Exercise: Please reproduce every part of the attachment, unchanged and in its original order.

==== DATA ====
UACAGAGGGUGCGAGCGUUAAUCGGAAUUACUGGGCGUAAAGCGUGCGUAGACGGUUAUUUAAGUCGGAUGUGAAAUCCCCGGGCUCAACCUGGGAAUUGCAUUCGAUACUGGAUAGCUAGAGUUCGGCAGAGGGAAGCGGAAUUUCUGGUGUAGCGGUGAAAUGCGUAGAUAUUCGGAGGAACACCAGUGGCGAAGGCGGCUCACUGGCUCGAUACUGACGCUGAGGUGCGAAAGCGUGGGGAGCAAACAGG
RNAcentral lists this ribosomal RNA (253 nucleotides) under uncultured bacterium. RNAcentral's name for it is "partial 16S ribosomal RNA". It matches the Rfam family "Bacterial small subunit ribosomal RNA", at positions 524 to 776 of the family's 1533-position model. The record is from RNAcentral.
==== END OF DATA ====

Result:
UACAGAGGGUGCGAGCGUUAAUCGGAAUUACUGGGCGUAAAGCGUGCGUAGACGGUUAUUUAAGUCGGAUGUGAAAUCCCCGGGCUCAACCUGGGAAUUGCAUUCGAUACUGGAUAGCUAGAGUUCGGCAGAGGGAAGCGGAAUUUCUGGUGUAGCGGUGAAAUGCGUAGAUAUUCGGAGGAACACCAGUGGCGAAGGCGGCUCACUGGCUCGAUACUGACGCUGAGGUGCGAAAGCGUGGGGAGCAAACAGG
RNAcentral lists this ribosomal RNA (253 nucleotides) under uncultured bacterium. RNAcentral's name for it is "partial 16S ribosomal RNA". It matches the Rfam family "Bacterial small subunit ribosomal RNA", at positions 524 to 776 of the family's 1533-position model. The record is from RNAcentral.